France in 1942 was divided between the large Nazi occupied portions on the coast of the English Channel and the “Free” Vichy government. For all intents and purposes both were under Nazi control leaving England a lone island.
Bordeaux in the Bay of Biscay was a busy port bustling with men and materials for the Nazi war effort. Ships were taking radar equipment to Nazi allies in Japan, and returning with raw materials to fuel the Blitzkrieg. The British cast their eyes south and decided something needed to be done.
On December 7, a small unit of Royal Marines was launched from the submarine HMS Tuna 15 kilometers off the coast of western France. It was a team of twelve men led by Major Herbie “Blondie” Hasler. Two men teams were to take small canoes, nicknamed cockleshells, and canoe up the Gironde estuary to the port of Bordeaux. Once in the bay, the men would sabotage the Nazi ships anchored there with the limpet mines they had. The sunken ships would keep the harbor from being usable. Perfect plan, right?
Well, not so much. The Gironde estuary was difficult to canoe in summer and nearly impossible to navigate in winter due to the tides. This would be especially difficult in the small two man canoes. They would also be paddling 100 kilometers to their target from the submarine. The submarine could not wait for them to finish their mission, and frankly didn’t think they would make it back. To escape, the men would need to flee overland to Spain. It was pretty much a suicide mission.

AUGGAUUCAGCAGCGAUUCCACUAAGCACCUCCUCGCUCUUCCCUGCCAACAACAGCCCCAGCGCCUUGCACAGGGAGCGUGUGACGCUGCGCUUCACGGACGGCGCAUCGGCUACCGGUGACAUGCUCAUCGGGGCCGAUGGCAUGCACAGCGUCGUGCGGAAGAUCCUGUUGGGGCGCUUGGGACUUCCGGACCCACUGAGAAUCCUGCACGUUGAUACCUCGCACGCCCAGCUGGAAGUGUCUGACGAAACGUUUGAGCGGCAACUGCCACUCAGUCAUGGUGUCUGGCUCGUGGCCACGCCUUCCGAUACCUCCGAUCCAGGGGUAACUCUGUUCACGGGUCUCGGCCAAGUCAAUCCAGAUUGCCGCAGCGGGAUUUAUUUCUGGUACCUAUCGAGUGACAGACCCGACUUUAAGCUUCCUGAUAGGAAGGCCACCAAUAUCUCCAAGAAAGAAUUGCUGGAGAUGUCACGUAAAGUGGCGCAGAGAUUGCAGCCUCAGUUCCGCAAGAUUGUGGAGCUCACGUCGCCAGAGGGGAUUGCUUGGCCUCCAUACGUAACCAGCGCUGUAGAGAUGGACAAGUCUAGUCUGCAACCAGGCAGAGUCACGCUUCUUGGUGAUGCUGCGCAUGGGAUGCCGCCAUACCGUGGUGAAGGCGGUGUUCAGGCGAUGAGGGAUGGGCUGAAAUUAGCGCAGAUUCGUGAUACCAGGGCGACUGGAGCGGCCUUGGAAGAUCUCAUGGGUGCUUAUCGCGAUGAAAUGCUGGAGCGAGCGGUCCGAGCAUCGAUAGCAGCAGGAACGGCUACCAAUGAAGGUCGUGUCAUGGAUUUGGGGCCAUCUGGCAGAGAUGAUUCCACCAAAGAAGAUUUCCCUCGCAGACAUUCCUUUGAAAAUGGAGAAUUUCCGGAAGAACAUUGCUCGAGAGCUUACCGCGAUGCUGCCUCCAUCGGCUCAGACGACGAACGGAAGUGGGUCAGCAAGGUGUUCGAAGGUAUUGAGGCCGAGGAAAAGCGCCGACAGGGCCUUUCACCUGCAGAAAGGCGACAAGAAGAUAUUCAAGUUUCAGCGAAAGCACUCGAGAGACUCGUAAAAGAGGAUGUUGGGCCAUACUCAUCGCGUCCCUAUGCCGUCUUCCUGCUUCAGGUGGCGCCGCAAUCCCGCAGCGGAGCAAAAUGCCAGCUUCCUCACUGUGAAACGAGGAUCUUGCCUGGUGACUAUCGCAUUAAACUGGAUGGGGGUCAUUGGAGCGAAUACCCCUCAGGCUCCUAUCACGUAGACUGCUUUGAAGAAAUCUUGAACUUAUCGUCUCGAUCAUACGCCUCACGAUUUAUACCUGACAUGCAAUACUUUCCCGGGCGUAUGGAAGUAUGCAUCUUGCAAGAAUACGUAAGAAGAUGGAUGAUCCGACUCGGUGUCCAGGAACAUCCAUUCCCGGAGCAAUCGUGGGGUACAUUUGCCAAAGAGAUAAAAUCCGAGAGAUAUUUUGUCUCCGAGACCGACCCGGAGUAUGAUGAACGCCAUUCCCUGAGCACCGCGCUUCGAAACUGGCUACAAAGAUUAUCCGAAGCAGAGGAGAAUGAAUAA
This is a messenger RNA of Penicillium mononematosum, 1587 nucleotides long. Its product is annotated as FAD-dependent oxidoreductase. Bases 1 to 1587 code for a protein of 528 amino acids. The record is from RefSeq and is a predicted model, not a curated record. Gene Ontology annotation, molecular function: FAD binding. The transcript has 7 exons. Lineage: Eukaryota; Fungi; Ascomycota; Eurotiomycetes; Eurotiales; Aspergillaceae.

Things started to go wrong from the first moment. One canoe was damaged upon launch and could not take part in the mission. Two more capsized, drowning two men. A further two were captured by the Nazis as they got to shore. The team was down by half and they weren’t even half way there. Not good odds, but they struggled on.
The three remaining teams became separated as they paddled by night with little to no light. One of the teams sunk their boat after hitting an obstacle in the dark and decided to bug out and head for Spain. They were captured by the Nazis before they could arrive in Spain.
The two remaining teams soldiered on undetected by the Nazis. Their compatriots who were captured did not crack under interrogation and the mission was safe…so far. On December 11, they made it and attached the mines to five ships and got out of Dodge. The timers went off around dawn and the mines took out the ships. Now to hide the canoes and get to safety.
When the bombs went off, the Nazis realized something was up and began executing their prisoners. Two captured Marines were summarily shot. Two of the Marines still at large were captured on their way to freedom leaving only Herbie Hasler and Bill Sparks at liberty.
Hasler and Sparks rendezvoused with the Resistance at Ruffec. From there, ordinary French citizens risked their lives to get the two Marines to an English ex-patriate and French countess named Mary Lindel. Lindel and her son smuggled the men to safety.
Out of the twelve men that started only two survived. The rest were executed or died of the elements. So let’s raise a glass, dear reader, to the bravery of these men and the ordinary citizens who helped them.
Sources available on request